Last updated on August 16th, 2023 at 12:52 pm
Sleep apnea has become increasingly common over the last few years and can really get in the way of a good night’s sleep. Understanding this sleep disorder is the first step towards managing the symptoms. Here we take a look at different types of sleep apnea affecting over 100 million people globally, providing simple tips on how you can improve sleep quality and start feeling like you again. Get comfy and let’s dive right in.
What is Sleep Apnea?
Sleep apnea is a sleep disorder that is essentially when your breathing stops while you sleep. This can be very distressing, disrupting sleep quality and impacting your well-being on various levels. The main types of sleep apnea are the following:
Obstructive sleep apnea
Obstructive sleep apnea (OSA) is the most common. It is characterized by repeated upper airway blockage during sleep, leading to interrupted breathing and symptoms such as loud snoring, daytime sleepiness, and health risks.
Central sleep apnea
Central sleep apnea (CSA) is a sleep disorder where the brain fails to send proper signals to the muscles that control breathing during sleep. It can cause pauses in breathing and disrupt sleep.
Treatment-emergent sleep apnea
This is a less common form and refers to the worsening or development of sleep apnea symptoms despite receiving treatment, such as PAP therapy. It may be caused by various factors and may require adjustments to treatment settings or addressing underlying health conditions.
What are the symptoms of sleep apnea?
Whichever type of sleep apnea you experience can cause distress about falling asleep and zap the joy out of bedtime. To get a diagnosis of this disorder, it is best to consult a medical professional though these are some of the common symptoms you may experience:
If you have developed snoring or are doing so more than usual, this could be a sign of the condition.
Gasping for air during sleep
Struggling for breath while you sleep is a common symptom which can wake you, disrupting your sleep duration and quality. If you share a bed with a partner, they can help report if you experience breathlessness throughout the night.
These can be caused by a lack of airflow and a lack of quality sleep.
Daytime sleepiness and irritability
These symptoms can present as a natural side-effect of less sleep, impacting your mood and overall well-being.
What causes sleep apnea?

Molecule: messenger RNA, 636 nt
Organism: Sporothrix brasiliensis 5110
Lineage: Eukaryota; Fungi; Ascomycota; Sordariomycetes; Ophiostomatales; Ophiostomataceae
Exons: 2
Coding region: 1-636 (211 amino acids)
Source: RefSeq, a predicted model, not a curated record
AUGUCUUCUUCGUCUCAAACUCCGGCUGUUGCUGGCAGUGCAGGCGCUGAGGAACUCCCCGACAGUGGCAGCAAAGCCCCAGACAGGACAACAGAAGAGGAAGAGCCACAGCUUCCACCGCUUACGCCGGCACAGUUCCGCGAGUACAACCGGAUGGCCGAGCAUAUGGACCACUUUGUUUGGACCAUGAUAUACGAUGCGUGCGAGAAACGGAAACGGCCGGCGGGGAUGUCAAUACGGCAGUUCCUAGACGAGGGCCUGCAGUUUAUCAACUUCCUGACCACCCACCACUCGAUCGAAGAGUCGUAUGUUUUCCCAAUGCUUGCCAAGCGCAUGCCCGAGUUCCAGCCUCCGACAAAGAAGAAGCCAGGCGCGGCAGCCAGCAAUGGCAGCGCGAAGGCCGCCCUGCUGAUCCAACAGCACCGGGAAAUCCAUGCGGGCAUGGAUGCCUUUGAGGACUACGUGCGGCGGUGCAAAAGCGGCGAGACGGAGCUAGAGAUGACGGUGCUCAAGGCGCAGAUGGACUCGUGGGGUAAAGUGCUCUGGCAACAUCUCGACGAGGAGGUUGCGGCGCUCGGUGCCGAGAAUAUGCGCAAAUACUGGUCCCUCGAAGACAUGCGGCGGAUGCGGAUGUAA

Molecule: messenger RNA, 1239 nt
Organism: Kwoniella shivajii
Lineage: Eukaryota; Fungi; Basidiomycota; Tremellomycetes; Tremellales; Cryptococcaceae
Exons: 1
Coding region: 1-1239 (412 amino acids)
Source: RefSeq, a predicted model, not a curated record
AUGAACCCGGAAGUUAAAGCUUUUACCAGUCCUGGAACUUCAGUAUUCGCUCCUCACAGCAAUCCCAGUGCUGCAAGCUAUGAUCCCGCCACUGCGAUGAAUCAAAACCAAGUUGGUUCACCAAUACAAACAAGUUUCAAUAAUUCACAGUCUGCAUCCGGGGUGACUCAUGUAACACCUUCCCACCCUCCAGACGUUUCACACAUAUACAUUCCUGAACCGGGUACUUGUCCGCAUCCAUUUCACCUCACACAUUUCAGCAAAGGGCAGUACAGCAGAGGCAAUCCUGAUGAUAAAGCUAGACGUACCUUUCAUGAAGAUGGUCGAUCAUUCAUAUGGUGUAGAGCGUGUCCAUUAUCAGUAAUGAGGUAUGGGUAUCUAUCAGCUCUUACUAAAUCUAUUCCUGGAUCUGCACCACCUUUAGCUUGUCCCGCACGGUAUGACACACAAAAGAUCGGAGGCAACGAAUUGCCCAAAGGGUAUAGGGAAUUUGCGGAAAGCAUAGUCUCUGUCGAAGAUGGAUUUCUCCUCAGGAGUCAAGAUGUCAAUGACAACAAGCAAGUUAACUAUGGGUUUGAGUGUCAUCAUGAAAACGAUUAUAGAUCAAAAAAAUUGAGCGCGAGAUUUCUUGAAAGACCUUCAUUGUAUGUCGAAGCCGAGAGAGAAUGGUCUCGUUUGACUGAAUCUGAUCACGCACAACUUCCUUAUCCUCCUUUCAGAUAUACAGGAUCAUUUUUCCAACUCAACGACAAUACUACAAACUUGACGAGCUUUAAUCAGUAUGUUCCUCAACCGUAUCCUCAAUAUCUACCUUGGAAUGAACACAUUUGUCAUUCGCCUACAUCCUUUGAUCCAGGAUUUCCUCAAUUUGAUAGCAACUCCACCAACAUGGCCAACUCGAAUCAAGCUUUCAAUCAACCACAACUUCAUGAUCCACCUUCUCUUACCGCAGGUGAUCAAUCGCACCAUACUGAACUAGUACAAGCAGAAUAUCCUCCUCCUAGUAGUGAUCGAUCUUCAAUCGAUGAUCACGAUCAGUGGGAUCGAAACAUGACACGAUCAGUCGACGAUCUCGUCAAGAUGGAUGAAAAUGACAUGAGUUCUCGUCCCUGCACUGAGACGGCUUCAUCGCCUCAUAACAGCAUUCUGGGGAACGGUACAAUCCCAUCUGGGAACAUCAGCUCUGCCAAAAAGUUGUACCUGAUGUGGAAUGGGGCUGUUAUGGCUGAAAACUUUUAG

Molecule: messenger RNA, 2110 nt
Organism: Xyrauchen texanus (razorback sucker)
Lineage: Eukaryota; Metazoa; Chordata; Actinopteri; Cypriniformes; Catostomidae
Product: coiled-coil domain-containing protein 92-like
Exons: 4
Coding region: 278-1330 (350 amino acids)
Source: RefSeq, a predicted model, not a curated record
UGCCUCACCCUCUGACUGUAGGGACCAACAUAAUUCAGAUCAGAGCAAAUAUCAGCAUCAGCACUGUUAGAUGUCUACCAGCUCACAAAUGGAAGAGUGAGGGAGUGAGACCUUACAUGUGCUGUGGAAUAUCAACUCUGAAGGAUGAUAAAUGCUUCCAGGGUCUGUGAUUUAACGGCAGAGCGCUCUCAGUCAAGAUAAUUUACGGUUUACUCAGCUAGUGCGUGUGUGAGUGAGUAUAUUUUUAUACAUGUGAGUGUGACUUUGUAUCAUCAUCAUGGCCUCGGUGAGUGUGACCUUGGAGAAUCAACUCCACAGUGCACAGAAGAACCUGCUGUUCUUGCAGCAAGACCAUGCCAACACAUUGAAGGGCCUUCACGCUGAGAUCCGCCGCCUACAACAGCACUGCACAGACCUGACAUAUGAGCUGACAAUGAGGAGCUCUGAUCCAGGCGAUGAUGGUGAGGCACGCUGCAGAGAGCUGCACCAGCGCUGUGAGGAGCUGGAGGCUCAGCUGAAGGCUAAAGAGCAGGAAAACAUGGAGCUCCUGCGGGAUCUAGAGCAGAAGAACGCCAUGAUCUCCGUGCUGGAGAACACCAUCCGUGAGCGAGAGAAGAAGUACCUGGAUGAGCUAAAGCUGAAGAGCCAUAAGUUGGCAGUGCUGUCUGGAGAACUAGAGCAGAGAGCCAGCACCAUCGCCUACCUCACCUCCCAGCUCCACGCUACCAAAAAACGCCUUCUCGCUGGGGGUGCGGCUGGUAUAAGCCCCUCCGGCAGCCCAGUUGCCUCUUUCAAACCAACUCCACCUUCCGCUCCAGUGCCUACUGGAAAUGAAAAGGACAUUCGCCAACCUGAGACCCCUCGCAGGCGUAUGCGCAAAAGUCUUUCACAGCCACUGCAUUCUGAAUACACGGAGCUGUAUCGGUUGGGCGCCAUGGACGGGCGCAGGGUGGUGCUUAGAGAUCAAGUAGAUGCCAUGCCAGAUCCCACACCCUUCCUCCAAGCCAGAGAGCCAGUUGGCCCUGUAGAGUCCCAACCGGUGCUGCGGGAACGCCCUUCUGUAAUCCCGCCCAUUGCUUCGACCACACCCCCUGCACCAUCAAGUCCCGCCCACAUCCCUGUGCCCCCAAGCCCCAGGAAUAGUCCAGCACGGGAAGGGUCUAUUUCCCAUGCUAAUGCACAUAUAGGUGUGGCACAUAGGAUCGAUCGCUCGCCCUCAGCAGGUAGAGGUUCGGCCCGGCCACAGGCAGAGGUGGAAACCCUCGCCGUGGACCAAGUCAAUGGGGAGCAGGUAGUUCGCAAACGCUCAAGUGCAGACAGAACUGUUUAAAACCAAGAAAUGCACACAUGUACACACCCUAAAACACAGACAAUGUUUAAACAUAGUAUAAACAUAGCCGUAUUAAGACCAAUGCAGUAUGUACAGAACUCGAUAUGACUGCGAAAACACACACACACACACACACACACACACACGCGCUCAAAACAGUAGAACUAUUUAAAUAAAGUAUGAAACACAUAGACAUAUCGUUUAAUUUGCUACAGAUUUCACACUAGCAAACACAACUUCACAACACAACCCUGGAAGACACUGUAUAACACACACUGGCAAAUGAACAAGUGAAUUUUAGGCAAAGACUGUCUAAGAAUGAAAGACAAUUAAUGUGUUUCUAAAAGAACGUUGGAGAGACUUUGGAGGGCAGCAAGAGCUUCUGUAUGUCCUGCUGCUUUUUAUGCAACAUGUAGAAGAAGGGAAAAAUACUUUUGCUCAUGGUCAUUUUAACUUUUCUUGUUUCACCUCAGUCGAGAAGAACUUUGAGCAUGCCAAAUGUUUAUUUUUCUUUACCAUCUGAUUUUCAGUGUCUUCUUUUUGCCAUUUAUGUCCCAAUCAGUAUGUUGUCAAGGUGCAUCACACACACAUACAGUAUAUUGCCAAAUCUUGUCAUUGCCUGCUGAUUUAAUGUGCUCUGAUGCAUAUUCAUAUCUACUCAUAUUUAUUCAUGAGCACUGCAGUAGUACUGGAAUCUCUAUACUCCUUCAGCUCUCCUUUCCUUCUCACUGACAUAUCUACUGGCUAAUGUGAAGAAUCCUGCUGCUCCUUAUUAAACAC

One question you may be wondering is what exactly causes sleep apnea. There is no single answer though any of the following can trigger the condition:
Being overweight can increase the fat deposits around your airways, which can make it difficult to breathe when you fall asleep and in certain positions.
Just being a male makes you 3 times more likely to develop sleep apnea.
Age and genetics
Being older can make you more susceptible to sleep apnea, as can genetics. It is worth checking your family history to see if anyone else experienced the condition.
Smoking can lead to inflammation in the upper airways which can lead to the development of this sleep disorder as well as other health conditions.
Pain and other medications can sometimes lead to inflammation that can also trigger sleep apnea. It is best to tell a doctor all medications you are taking to rule out this possibility.
How can you manage sleep apnea?
Sleep apnea can be a challenging disorder to deal with, lack of good quality rest can seriously impact your health and well-being, and it is likely you want to do all you can to reduce symptoms and improve your sleep. The good news is the outcome is positive. Here are some of the common ways sleep apnea can be cured or managed:
Simple lifestyle changes can drastically improve and even get rid of sleep apnea. From eating healthier and exercising to lose excess weight to giving up smoking and drinking. These changes can bring benefits far beyond bedtime, allowing you to start feeling better and waking up a lot brighter.
From a CPAP machine which can gently pump air into your nose or mouth as you drift off, to gum shields and, in complex cases, surgery, there are plenty of medical treatments to manage the condition. Your doctor will advise you on the best method of treatment based on your needs.
How can you improve your sleep?
One thing that’s definitely going to make you feel better is getting a good night’s sleep. While implementing treatments recommended by your health professional, here are some other simple ways to enjoy better bedtimes and improve the quality of your kip.
Embrace a bedtime routine
Getting your body and brain into a regular snooze cycle can work magic on its quality and duration. Try getting used to relaxing in bed and waking up at the same time every day. An unwinding routine can help you prepare for sleep, helping you drift off more quickly for a deeper, restorative snooze.
Choose the right pillow
Finding the right pillow that supports your sleeping position will not only keep you comfortable but can also help encourage you to sleep longer and wake up without any aches and pains. A hybrid bamboo pillow has the added benefits of optimised airflow and thermoregulation to prevent overheating for fresh sleep all year round.
Slow and steady lifestyle changes
Making small, steady changes to your diet and lifestyle can make a big difference to the quality of your health. From implementing a few workouts into your week, fewer takeaways and reducing alcohol consumption, you could be well on your way to better nights, brighter mornings and happier days.
Managing any sleep disorder takes patience and persistence, though by developing understanding, taking action and small steps, you will soon be falling back in love with bedtime.